The case they ruled on had the DEA planting a GPS device on a suspect’s vehicle, which was parked in his driveway at the time, without a warrant at all.
The US Court of Appeals for the Ninth Circuit, which covers California, Arizona, Oregon and a bunch of the western US, has ruled that the government did nothing wrong when the DEA planted a GPS tracking device on Juan Pineda-Moreno’s Jeep, which was parked in his driveway—without a search warrant. The underpinning for the ruling is that there is no reasonable expectation of privacy in your driveway—unless you’re loaded and it’s kept safe, hidden from the outside world by gates or other security measures—and you have no reasonable expectation not to be tracked by the government.
According to Time, Judge Alex Kozinski (a Reagan appointee as it happens) accused his fellow members of the court of cultural elitism noting that the only people who could expect privacy from these sort of government tactics under this ruling are, for the most part, rich people who can afford to live in gated communities.
That’s not a bad point.
The idea that people don’t have an expectation of privacy in their driveway is tricky. To me, the barrier lays with property boundaries. If I can see you doing something from public property (like a sidewalk, for instance) then you don’t have an expectation of privacy. But if I have to come onto your property to track you, then you’re violating privacy.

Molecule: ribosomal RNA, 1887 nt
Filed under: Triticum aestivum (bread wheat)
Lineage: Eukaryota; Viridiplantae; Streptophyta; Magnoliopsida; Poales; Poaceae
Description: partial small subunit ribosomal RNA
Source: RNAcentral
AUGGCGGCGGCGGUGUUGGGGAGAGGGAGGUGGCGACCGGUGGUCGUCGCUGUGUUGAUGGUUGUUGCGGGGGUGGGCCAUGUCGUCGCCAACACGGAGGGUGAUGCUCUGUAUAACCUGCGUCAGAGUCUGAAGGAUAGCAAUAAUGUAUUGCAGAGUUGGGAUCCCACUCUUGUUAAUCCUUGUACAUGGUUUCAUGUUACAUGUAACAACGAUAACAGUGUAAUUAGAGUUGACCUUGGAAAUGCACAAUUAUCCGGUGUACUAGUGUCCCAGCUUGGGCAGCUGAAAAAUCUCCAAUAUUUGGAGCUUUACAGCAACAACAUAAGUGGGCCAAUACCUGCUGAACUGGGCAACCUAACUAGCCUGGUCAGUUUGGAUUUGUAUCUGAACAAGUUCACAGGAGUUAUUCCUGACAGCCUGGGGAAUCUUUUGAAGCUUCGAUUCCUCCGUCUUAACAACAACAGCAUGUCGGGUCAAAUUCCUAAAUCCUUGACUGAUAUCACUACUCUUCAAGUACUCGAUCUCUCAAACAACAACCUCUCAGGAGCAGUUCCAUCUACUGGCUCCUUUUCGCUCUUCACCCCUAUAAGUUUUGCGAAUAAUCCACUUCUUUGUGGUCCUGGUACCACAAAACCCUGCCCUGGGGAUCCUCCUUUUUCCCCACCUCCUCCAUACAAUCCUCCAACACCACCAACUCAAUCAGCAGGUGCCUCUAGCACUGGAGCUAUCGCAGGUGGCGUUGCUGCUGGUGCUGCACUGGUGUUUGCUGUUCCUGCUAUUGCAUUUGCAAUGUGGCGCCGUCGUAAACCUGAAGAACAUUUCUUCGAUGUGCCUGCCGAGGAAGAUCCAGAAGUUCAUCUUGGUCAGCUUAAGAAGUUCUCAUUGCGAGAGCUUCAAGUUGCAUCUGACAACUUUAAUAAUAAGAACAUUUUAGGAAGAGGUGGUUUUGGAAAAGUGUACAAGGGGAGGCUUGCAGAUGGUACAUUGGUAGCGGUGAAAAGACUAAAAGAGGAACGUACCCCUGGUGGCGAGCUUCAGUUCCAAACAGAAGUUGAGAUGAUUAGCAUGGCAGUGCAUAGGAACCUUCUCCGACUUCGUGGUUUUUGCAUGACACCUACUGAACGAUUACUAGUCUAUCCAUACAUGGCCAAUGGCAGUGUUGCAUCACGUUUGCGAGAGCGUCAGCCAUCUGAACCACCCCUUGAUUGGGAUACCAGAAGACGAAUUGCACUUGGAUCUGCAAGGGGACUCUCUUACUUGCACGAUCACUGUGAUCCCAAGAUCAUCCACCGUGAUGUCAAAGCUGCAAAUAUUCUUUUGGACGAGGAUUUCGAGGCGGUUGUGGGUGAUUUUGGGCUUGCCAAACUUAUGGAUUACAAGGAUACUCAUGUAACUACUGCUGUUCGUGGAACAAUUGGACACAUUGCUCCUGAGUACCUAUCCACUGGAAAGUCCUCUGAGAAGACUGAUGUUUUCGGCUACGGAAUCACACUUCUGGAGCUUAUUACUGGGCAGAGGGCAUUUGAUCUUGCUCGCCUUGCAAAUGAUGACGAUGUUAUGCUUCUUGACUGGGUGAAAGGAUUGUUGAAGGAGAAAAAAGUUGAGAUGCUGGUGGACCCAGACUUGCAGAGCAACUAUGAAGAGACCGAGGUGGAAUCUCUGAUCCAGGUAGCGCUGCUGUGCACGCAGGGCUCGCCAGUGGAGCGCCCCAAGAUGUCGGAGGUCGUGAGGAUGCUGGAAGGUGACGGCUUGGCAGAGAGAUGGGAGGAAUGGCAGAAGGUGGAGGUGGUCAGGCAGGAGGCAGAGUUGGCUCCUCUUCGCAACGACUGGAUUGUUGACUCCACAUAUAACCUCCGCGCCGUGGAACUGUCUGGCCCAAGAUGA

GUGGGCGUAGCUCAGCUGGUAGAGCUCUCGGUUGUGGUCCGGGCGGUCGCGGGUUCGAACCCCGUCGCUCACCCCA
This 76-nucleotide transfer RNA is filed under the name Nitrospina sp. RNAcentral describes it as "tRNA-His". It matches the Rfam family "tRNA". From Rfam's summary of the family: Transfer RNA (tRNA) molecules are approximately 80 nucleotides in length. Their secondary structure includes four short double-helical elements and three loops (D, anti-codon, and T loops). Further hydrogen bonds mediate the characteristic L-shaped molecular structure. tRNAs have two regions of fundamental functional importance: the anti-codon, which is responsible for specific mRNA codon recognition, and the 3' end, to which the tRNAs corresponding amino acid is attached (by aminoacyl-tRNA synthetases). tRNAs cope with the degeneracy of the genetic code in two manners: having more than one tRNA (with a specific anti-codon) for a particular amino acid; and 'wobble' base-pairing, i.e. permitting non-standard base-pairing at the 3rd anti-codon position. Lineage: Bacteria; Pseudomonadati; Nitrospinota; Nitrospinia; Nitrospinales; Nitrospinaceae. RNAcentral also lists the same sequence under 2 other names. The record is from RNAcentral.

Of course, that would still leave open the idea that a tracking device could be put on a vehicle while it’s parked in public. And that’s even trickier. After all, without a GPS device the government can still track your movements via things like traffic lights and other public surveillance cameras. It’s harder, but they can do it. And there are hundreds of ways in which we disclose our location to private third-parties who are under no legal obligation to refrain from sharing it with the government. Cell phones. Foursquare check ins. Twitter. Facebook.
But can the government stick a device to your car without your knowledge? Again, I think private property is the boundary. My car is my property. You can’t put things in my car without either getting my permission or getting a warrant.
This ruling is a serious blow to privacy rights. Let’s hope it is appealed, and that the Supreme Court ultimately reverses it.